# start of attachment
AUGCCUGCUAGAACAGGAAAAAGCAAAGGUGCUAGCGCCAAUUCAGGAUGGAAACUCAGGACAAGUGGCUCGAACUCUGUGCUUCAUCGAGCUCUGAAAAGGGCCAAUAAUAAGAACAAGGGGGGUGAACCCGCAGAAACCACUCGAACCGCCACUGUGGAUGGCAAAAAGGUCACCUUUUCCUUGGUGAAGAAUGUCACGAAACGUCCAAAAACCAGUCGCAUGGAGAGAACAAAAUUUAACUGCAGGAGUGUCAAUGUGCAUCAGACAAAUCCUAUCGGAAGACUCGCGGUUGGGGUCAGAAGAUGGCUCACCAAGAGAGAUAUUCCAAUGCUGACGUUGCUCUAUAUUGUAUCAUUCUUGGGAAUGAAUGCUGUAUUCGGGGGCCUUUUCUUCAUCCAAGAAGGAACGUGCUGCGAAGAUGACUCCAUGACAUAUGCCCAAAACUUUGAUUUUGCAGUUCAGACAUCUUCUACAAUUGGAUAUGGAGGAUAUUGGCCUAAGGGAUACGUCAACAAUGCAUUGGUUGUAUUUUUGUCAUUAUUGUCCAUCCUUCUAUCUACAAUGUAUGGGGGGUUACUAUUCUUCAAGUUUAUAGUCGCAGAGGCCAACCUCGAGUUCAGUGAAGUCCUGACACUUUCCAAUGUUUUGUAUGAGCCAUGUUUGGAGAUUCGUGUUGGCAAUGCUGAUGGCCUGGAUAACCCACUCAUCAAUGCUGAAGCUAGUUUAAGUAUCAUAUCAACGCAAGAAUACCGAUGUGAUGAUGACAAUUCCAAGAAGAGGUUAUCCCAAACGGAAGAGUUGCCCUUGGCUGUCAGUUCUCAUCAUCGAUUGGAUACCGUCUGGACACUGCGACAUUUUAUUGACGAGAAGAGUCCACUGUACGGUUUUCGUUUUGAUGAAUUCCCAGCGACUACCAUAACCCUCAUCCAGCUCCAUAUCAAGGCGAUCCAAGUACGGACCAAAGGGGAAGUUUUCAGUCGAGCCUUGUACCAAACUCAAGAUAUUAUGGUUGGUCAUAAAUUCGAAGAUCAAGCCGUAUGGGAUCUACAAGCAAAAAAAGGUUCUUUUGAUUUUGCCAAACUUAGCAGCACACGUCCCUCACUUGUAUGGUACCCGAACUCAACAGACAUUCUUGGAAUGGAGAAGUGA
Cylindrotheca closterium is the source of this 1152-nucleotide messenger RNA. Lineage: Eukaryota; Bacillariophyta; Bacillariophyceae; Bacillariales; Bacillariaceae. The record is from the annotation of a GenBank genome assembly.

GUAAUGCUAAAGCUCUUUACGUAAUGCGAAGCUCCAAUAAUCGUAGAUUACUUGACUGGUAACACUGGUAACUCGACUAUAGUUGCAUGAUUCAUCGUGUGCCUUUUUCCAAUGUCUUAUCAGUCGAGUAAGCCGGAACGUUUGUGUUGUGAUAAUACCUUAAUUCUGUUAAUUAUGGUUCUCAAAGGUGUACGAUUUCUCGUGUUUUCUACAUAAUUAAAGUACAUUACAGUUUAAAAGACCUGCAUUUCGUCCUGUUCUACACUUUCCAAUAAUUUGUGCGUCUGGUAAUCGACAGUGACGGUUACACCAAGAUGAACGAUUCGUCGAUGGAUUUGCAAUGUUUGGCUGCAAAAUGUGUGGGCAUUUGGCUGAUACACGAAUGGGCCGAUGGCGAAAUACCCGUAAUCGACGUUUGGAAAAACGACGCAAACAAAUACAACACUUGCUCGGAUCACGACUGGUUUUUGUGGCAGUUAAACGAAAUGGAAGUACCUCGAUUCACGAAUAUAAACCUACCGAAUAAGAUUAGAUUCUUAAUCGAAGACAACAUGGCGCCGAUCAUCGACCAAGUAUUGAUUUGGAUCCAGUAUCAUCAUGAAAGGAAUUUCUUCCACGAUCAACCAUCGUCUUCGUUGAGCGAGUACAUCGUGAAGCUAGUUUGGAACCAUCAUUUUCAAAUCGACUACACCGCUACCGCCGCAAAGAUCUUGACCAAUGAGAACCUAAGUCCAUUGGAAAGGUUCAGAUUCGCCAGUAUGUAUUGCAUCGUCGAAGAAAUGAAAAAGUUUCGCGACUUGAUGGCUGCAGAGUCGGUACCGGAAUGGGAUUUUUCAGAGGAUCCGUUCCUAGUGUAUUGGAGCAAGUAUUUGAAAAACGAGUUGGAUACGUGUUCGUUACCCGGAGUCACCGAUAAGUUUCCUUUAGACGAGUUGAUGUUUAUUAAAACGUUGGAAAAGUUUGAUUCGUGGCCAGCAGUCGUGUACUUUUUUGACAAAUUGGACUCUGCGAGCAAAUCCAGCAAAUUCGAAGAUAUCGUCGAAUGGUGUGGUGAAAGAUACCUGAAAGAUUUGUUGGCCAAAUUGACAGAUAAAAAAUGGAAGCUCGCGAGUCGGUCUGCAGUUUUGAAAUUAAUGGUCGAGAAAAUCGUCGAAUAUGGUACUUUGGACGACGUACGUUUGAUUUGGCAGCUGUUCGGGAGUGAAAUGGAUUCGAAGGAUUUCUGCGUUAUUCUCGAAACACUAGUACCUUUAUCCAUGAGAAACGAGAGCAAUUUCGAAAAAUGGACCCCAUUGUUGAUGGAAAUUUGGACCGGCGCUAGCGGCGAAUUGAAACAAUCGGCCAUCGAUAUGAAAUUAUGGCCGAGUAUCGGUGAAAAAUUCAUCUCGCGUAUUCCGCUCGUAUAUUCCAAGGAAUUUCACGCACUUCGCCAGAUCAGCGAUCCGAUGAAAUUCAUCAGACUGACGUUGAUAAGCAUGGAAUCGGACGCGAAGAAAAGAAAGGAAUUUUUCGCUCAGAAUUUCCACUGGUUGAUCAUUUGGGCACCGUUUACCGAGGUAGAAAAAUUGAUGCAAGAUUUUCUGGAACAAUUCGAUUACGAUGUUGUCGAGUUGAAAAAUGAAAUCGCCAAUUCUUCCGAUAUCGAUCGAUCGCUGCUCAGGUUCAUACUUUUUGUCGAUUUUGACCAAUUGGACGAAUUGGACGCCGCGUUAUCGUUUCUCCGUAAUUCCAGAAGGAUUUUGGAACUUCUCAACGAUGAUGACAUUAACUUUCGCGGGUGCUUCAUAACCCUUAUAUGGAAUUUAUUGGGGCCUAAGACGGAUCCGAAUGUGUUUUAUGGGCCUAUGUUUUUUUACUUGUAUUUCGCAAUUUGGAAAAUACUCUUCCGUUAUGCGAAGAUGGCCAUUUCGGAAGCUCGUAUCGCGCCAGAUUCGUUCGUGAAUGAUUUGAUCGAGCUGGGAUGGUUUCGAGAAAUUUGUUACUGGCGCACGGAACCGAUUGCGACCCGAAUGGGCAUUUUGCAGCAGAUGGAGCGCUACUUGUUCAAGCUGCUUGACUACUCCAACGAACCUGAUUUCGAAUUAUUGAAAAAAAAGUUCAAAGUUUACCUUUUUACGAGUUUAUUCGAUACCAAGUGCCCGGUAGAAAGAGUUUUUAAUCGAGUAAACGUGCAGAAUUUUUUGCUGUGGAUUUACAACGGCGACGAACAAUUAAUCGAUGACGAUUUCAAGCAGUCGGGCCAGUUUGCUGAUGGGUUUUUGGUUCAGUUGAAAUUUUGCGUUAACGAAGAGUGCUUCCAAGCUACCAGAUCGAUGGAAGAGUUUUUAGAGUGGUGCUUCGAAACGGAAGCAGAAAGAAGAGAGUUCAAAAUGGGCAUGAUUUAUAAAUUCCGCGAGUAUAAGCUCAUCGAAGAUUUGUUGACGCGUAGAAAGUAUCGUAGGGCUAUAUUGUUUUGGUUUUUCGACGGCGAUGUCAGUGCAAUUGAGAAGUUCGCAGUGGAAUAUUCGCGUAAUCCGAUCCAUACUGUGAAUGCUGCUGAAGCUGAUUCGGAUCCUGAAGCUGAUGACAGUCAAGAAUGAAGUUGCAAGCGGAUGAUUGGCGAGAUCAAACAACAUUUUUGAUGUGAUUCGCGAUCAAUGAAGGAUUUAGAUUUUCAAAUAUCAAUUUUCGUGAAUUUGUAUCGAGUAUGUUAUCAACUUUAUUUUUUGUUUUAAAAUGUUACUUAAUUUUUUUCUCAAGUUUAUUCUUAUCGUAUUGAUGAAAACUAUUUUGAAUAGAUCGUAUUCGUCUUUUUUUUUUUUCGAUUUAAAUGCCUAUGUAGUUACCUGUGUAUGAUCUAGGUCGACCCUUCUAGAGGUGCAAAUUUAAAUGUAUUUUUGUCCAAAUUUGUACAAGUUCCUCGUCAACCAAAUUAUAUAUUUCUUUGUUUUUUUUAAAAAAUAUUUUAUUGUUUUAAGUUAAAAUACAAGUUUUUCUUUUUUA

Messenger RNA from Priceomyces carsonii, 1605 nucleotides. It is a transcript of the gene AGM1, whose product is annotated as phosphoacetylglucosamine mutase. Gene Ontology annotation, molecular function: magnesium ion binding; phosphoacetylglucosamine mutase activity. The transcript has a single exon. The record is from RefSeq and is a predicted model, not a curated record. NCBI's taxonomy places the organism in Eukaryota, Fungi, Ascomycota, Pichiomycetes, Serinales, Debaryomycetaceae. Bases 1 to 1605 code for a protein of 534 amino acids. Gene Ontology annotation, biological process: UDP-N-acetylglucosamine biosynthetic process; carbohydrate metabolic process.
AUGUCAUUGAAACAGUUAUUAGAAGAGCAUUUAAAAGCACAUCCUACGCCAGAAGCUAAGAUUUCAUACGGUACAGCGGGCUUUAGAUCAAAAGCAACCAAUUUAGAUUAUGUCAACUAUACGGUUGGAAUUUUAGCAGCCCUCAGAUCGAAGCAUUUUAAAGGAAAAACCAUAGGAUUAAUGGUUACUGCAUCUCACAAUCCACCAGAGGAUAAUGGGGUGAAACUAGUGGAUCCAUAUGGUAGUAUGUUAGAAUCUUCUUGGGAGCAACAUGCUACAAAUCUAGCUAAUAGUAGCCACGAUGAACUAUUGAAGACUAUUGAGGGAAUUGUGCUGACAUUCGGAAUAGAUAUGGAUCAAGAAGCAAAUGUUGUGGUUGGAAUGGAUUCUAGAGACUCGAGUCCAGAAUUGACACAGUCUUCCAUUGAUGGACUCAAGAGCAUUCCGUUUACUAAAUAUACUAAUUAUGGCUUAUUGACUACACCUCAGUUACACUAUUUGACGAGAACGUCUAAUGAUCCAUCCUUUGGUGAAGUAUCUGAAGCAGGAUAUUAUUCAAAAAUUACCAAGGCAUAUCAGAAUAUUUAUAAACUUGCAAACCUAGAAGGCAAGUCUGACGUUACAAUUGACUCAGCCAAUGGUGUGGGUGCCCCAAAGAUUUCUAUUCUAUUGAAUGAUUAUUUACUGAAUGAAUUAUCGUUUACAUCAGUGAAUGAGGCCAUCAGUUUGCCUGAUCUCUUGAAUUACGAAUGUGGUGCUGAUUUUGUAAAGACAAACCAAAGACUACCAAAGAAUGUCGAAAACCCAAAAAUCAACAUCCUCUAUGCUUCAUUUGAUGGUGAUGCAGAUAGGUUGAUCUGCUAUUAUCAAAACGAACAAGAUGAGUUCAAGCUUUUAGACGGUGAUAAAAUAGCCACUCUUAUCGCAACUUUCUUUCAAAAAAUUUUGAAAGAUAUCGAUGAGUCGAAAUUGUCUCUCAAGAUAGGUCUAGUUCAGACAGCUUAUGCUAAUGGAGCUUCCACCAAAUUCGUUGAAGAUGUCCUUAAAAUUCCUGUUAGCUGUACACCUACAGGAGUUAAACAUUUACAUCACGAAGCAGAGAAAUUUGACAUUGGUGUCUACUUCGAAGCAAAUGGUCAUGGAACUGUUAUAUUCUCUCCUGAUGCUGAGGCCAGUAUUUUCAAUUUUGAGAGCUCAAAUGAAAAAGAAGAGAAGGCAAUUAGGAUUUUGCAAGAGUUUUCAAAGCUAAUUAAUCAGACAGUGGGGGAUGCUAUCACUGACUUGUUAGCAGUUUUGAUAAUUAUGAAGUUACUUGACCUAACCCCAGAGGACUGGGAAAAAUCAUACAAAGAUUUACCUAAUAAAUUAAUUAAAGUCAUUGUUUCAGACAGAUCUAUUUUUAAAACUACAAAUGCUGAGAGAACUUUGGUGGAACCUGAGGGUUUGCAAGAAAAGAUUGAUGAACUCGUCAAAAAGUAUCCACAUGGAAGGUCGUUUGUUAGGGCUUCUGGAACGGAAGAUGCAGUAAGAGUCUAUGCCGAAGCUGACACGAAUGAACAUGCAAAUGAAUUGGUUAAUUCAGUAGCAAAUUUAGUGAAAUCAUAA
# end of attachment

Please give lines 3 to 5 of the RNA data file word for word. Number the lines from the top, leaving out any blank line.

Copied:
GUAAUGCUAAAGCUCUUUACGUAAUGCGAAGCUCCAAUAAUCGUAGAUUACUUGACUGGUAACACUGGUAACUCGACUAUAGUUGCAUGAUUCAUCGUGUGCCUUUUUCCAAUGUCUUAUCAGUCGAGUAAGCCGGAACGUUUGUGUUGUGAUAAUACCUUAAUUCUGUUAAUUAUGGUUCUCAAAGGUGUACGAUUUCUCGUGUUUUCUACAUAAUUAAAGUACAUUACAGUUUAAAAGACCUGCAUUUCGUCCUGUUCUACACUUUCCAAUAAUUUGUGCGUCUGGUAAUCGACAGUGACGGUUACACCAAGAUGAACGAUUCGUCGAUGGAUUUGCAAUGUUUGGCUGCAAAAUGUGUGGGCAUUUGGCUGAUACACGAAUGGGCCGAUGGCGAAAUACCCGUAAUCGACGUUUGGAAAAACGACGCAAACAAAUACAACACUUGCUCGGAUCACGACUGGUUUUUGUGGCAGUUAAACGAAAUGGAAGUACCUCGAUUCACGAAUAUAAACCUACCGAAUAAGAUUAGAUUCUUAAUCGAAGACAACAUGGCGCCGAUCAUCGACCAAGUAUUGAUUUGGAUCCAGUAUCAUCAUGAAAGGAAUUUCUUCCACGAUCAACCAUCGUCUUCGUUGAGCGAGUACAUCGUGAAGCUAGUUUGGAACCAUCAUUUUCAAAUCGACUACACCGCUACCGCCGCAAAGAUCUUGACCAAUGAGAACCUAAGUCCAUUGGAAAGGUUCAGAUUCGCCAGUAUGUAUUGCAUCGUCGAAGAAAUGAAAAAGUUUCGCGACUUGAUGGCUGCAGAGUCGGUACCGGAAUGGGAUUUUUCAGAGGAUCCGUUCCUAGUGUAUUGGAGCAAGUAUUUGAAAAACGAGUUGGAUACGUGUUCGUUACCCGGAGUCACCGAUAAGUUUCCUUUAGACGAGUUGAUGUUUAUUAAAACGUUGGAAAAGUUUGAUUCGUGGCCAGCAGUCGUGUACUUUUUUGACAAAUUGGACUCUGCGAGCAAAUCCAGCAAAUUCGAAGAUAUCGUCGAAUGGUGUGGUGAAAGAUACCUGAAAGAUUUGUUGGCCAAAUUGACAGAUAAAAAAUGGAAGCUCGCGAGUCGGUCUGCAGUUUUGAAAUUAAUGGUCGAGAAAAUCGUCGAAUAUGGUACUUUGGACGACGUACGUUUGAUUUGGCAGCUGUUCGGGAGUGAAAUGGAUUCGAAGGAUUUCUGCGUUAUUCUCGAAACACUAGUACCUUUAUCCAUGAGAAACGAGAGCAAUUUCGAAAAAUGGACCCCAUUGUUGAUGGAAAUUUGGACCGGCGCUAGCGGCGAAUUGAAACAAUCGGCCAUCGAUAUGAAAUUAUGGCCGAGUAUCGGUGAAAAAUUCAUCUCGCGUAUUCCGCUCGUAUAUUCCAAGGAAUUUCACGCACUUCGCCAGAUCAGCGAUCCGAUGAAAUUCAUCAGACUGACGUUGAUAAGCAUGGAAUCGGACGCGAAGAAAAGAAAGGAAUUUUUCGCUCAGAAUUUCCACUGGUUGAUCAUUUGGGCACCGUUUACCGAGGUAGAAAAAUUGAUGCAAGAUUUUCUGGAACAAUUCGAUUACGAUGUUGUCGAGUUGAAAAAUGAAAUCGCCAAUUCUUCCGAUAUCGAUCGAUCGCUGCUCAGGUUCAUACUUUUUGUCGAUUUUGACCAAUUGGACGAAUUGGACGCCGCGUUAUCGUUUCUCCGUAAUUCCAGAAGGAUUUUGGAACUUCUCAACGAUGAUGACAUUAACUUUCGCGGGUGCUUCAUAACCCUUAUAUGGAAUUUAUUGGGGCCUAAGACGGAUCCGAAUGUGUUUUAUGGGCCUAUGUUUUUUUACUUGUAUUUCGCAAUUUGGAAAAUACUCUUCCGUUAUGCGAAGAUGGCCAUUUCGGAAGCUCGUAUCGCGCCAGAUUCGUUCGUGAAUGAUUUGAUCGAGCUGGGAUGGUUUCGAGAAAUUUGUUACUGGCGCACGGAACCGAUUGCGACCCGAAUGGGCAUUUUGCAGCAGAUGGAGCGCUACUUGUUCAAGCUGCUUGACUACUCCAACGAACCUGAUUUCGAAUUAUUGAAAAAAAAGUUCAAAGUUUACCUUUUUACGAGUUUAUUCGAUACCAAGUGCCCGGUAGAAAGAGUUUUUAAUCGAGUAAACGUGCAGAAUUUUUUGCUGUGGAUUUACAACGGCGACGAACAAUUAAUCGAUGACGAUUUCAAGCAGUCGGGCCAGUUUGCUGAUGGGUUUUUGGUUCAGUUGAAAUUUUGCGUUAACGAAGAGUGCUUCCAAGCUACCAGAUCGAUGGAAGAGUUUUUAGAGUGGUGCUUCGAAACGGAAGCAGAAAGAAGAGAGUUCAAAAUGGGCAUGAUUUAUAAAUUCCGCGAGUAUAAGCUCAUCGAAGAUUUGUUGACGCGUAGAAAGUAUCGUAGGGCUAUAUUGUUUUGGUUUUUCGACGGCGAUGUCAGUGCAAUUGAGAAGUUCGCAGUGGAAUAUUCGCGUAAUCCGAUCCAUACUGUGAAUGCUGCUGAAGCUGAUUCGGAUCCUGAAGCUGAUGACAGUCAAGAAUGAAGUUGCAAGCGGAUGAUUGGCGAGAUCAAACAACAUUUUUGAUGUGAUUCGCGAUCAAUGAAGGAUUUAGAUUUUCAAAUAUCAAUUUUCGUGAAUUUGUAUCGAGUAUGUUAUCAACUUUAUUUUUUGUUUUAAAAUGUUACUUAAUUUUUUUCUCAAGUUUAUUCUUAUCGUAUUGAUGAAAACUAUUUUGAAUAGAUCGUAUUCGUCUUUUUUUUUUUUCGAUUUAAAUGCCUAUGUAGUUACCUGUGUAUGAUCUAGGUCGACCCUUCUAGAGGUGCAAAUUUAAAUGUAUUUUUGUCCAAAUUUGUACAAGUUCCUCGUCAACCAAAUUAUAUAUUUCUUUGUUUUUUUUAAAAAAUAUUUUAUUGUUUUAAGUUAAAAUACAAGUUUUUCUUUUUUA

Messenger RNA from Priceomyces carsonii, 1605 nucleotides. It is a transcript of the gene AGM1, whose product is annotated as phosphoacetylglucosamine mutase. Gene Ontology annotation, molecular function: magnesium ion binding; phosphoacetylglucosamine mutase activity. The transcript has a single exon. The record is from RefSeq and is a predicted model, not a curated record. NCBI's taxonomy places the organism in Eukaryota, Fungi, Ascomycota, Pichiomycetes, Serinales, Debaryomycetaceae. Bases 1 to 1605 code for a protein of 534 amino acids. Gene Ontology annotation, biological process: UDP-N-acetylglucosamine biosynthetic process; carbohydrate metabolic process.
AUGUCAUUGAAACAGUUAUUAGAAGAGCAUUUAAAAGCACAUCCUACGCCAGAAGCUAAGAUUUCAUACGGUACAGCGGGCUUUAGAUCAAAAGCAACCAAUUUAGAUUAUGUCAACUAUACGGUUGGAAUUUUAGCAGCCCUCAGAUCGAAGCAUUUUAAAGGAAAAACCAUAGGAUUAAUGGUUACUGCAUCUCACAAUCCACCAGAGGAUAAUGGGGUGAAACUAGUGGAUCCAUAUGGUAGUAUGUUAGAAUCUUCUUGGGAGCAACAUGCUACAAAUCUAGCUAAUAGUAGCCACGAUGAACUAUUGAAGACUAUUGAGGGAAUUGUGCUGACAUUCGGAAUAGAUAUGGAUCAAGAAGCAAAUGUUGUGGUUGGAAUGGAUUCUAGAGACUCGAGUCCAGAAUUGACACAGUCUUCCAUUGAUGGACUCAAGAGCAUUCCGUUUACUAAAUAUACUAAUUAUGGCUUAUUGACUACACCUCAGUUACACUAUUUGACGAGAACGUCUAAUGAUCCAUCCUUUGGUGAAGUAUCUGAAGCAGGAUAUUAUUCAAAAAUUACCAAGGCAUAUCAGAAUAUUUAUAAACUUGCAAACCUAGAAGGCAAGUCUGACGUUACAAUUGACUCAGCCAAUGGUGUGGGUGCCCCAAAGAUUUCUAUUCUAUUGAAUGAUUAUUUACUGAAUGAAUUAUCGUUUACAUCAGUGAAUGAGGCCAUCAGUUUGCCUGAUCUCUUGAAUUACGAAUGUGGUGCUGAUUUUGUAAAGACAAACCAAAGACUACCAAAGAAUGUCGAAAACCCAAAAAUCAACAUCCUCUAUGCUUCAUUUGAUGGUGAUGCAGAUAGGUUGAUCUGCUAUUAUCAAAACGAACAAGAUGAGUUCAAGCUUUUAGACGGUGAUAAAAUAGCCACUCUUAUCGCAACUUUCUUUCAAAAAAUUUUGAAAGAUAUCGAUGAGUCGAAAUUGUCUCUCAAGAUAGGUCUAGUUCAGACAGCUUAUGCUAAUGGAGCUUCCACCAAAUUCGUUGAAGAUGUCCUUAAAAUUCCUGUUAGCUGUACACCUACAGGAGUUAAACAUUUACAUCACGAAGCAGAGAAAUUUGACAUUGGUGUCUACUUCGAAGCAAAUGGUCAUGGAACUGUUAUAUUCUCUCCUGAUGCUGAGGCCAGUAUUUUCAAUUUUGAGAGCUCAAAUGAAAAAGAAGAGAAGGCAAUUAGGAUUUUGCAAGAGUUUUCAAAGCUAAUUAAUCAGACAGUGGGGGAUGCUAUCACUGACUUGUUAGCAGUUUUGAUAAUUAUGAAGUUACUUGACCUAACCCCAGAGGACUGGGAAAAAUCAUACAAAGAUUUACCUAAUAAAUUAAUUAAAGUCAUUGUUUCAGACAGAUCUAUUUUUAAAACUACAAAUGCUGAGAGAACUUUGGUGGAACCUGAGGGUUUGCAAGAAAAGAUUGAUGAACUCGUCAAAAAGUAUCCACAUGGAAGGUCGUUUGUUAGGGCUUCUGGAACGGAAGAUGCAGUAAGAGUCUAUGCCGAAGCUGACACGAAUGAACAUGCAAAUGAAUUGGUUAAUUCAGUAGCAAAUUUAGUGAAAUCAUAA